2014: Reflections on a terrible year

If you're among my closest friends, you may have noticed I've been pretty stressed this year. HSBC can take the blame for most of that - when, in January, they offered me a mortgage unprompted over the counter, and then told me being self-employed wouldn't be a problem, I stupidly thought I might end up with a mortgage from them.

Ten months later and with the help of the excellent Contractor Financials, I finally managed to buy my first house, too late to get properly moved in before Christmas, with the result that I've spent the past six weeks basically living on a bed and no other furniture.

I'm not totally miserable, by any means - I'm happy to have a place of my own and all that, it's just unfortunate that it took at least six months longer than it should have done, and all the time spent chasing the bank(s) for a decision left me with a backlog of work that I still haven't quite caught up on (sorry, clients).

So that brings me to 2015 and my promises to myself and to my clients for the new year.

Regular clients get priority - no more delaying regular delivery of work in order to fit in short-notice one-off orders.

No more huge, repetitive orders that eat into my very soul. If more than about 25-30 pages are needed with basically the same long-tail keyword phrase, I'm not going to do it anymore, it physically hurts me every time I take something on like that.

And I think basically, those two things should get me back to working at my best. It's been a tough few months but I'm already making amends, and now I have my new place (and will finally get the last of the furniture I need in January) I'm in a much better position for getting the work done.

Small businesses in particular, I want to help you - whatever your budget is, I'm sure I can help you use it in a way that will have real results.

Get in touch and let's work together to make 2015 a much better year for all concerned.

Poundland's NYE prize draw might be the best ever

There's nothing quite like a good competition - and Poundland's newly launched social media prize draw is undoubtedly a fine example of how a great prize doesn't have to eat into your business's bottom line.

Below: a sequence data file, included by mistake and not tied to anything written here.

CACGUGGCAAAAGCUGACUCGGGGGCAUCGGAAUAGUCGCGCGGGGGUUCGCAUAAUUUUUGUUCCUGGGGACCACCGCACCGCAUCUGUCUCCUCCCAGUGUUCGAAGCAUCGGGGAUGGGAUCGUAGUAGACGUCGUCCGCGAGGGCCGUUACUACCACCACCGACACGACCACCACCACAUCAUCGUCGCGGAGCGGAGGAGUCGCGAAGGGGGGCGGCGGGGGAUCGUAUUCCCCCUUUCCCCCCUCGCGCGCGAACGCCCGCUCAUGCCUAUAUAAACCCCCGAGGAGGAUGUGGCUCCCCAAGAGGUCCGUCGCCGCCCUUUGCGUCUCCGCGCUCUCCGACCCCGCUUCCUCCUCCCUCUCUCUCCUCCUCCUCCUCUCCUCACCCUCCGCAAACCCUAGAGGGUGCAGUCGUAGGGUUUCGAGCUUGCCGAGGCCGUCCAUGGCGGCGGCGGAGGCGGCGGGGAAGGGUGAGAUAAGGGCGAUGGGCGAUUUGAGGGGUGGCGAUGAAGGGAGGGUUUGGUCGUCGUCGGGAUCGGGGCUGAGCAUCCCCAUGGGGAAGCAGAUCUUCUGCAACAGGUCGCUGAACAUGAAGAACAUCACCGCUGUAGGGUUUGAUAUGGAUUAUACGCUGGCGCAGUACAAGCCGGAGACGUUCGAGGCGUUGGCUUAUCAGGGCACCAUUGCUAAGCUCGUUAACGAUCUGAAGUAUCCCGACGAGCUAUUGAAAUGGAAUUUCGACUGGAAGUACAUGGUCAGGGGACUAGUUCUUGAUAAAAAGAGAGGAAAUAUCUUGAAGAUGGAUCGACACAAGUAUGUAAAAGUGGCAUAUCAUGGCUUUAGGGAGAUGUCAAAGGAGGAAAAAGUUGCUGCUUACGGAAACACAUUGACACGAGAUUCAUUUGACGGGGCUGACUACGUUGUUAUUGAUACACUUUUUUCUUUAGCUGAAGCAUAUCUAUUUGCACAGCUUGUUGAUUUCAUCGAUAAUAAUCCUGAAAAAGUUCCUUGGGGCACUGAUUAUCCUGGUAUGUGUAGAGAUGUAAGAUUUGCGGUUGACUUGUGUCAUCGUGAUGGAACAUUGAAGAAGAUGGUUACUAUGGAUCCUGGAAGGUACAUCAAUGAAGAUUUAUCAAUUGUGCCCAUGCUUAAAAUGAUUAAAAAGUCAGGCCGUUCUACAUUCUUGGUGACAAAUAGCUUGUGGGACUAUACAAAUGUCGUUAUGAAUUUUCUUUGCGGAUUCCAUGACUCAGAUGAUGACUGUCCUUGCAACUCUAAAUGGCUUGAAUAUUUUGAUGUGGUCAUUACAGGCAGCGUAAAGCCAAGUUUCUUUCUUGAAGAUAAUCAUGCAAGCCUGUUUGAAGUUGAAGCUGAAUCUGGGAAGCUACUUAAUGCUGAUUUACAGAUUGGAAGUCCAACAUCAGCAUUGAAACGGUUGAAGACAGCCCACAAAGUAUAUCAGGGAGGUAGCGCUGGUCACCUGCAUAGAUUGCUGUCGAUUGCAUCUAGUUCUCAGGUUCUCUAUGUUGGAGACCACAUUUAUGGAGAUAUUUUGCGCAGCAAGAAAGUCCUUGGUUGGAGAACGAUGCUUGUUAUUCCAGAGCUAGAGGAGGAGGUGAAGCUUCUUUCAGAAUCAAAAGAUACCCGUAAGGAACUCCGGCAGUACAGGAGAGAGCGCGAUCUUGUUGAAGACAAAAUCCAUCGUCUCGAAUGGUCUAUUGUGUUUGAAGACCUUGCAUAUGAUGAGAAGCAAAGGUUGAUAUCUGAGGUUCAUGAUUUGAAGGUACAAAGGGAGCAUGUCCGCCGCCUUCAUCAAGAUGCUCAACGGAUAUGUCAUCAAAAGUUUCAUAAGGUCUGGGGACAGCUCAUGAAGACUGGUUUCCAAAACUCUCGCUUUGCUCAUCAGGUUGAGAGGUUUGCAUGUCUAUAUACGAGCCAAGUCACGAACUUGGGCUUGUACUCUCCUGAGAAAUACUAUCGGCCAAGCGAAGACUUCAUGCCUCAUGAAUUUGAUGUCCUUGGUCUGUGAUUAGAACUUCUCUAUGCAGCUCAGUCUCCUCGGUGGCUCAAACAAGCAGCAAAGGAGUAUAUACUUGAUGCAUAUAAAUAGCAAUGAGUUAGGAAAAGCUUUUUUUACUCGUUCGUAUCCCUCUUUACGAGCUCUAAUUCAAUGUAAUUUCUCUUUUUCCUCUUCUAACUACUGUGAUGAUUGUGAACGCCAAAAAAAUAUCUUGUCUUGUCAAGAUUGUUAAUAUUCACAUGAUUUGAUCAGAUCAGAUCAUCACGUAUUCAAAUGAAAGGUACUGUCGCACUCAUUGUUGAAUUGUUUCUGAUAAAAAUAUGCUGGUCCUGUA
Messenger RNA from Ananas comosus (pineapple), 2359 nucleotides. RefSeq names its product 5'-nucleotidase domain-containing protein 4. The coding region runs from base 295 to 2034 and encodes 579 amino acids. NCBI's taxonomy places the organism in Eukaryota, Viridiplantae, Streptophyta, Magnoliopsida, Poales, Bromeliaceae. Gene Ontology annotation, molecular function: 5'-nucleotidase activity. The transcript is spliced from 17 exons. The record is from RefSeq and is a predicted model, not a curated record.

It's a simple enough retweet-based prize draw:

...and if you follow the link to the Terms & Conditions, you can see exactly what's in the hamper. It's brilliant.
  • one pack of 30 half pint plastic tumblers
  • one pack of 20 large tumblers
  • one 50g colour hair spray
  • one pack of 8 plastic cocktail glasses
  • one pack of 80 white napkins
  • one pack of 30 white paper party plates
  • one pack of 18 silver paper party plates
  • one pack of 250 straws
  • one pack of 40 colourful disposable shot glasses
  • one pack of 40 clear disposable shot glasses
  • one inflatable guitar
  • one inflatable microphone
  • one pack of 50 balloons
  • one pack of 18 silver plastic cutlery set
  • one pack of 80 white disposable cutlery set
  • 6 packs of 100 cocktail sticks
  • one curly wig
  • one straight wig
I'm not too sure who would need 600 cocktail sticks, but I suppose it depends how many pickled onions you plan to put on sticks.

The thing is, assuming all of these are Poundland products, that's a total prize value of £23. At retail price, not cost price.

I'm not dissing the competition at all, I've retweeted and followed Poundland and I'll be delighted if I win - I just think it's a genius prize.

The tweet cost them nothing (well, assuming they didn't hire a social media exec especially for this) and the prize can't have cost much more than £10 max at cost price.

As I write this - less than 15 minutes after they tweeted it - it's been RT'd 50 times and favorited by 8 people too, and at least some of those (including me) will have followed Poundland on Twitter as a result of the tweet.

No doubt the retweets and follows will continue to grow - how many would you need to make it worth £10 for a tweet?

Wish me luck, I really want those wigs.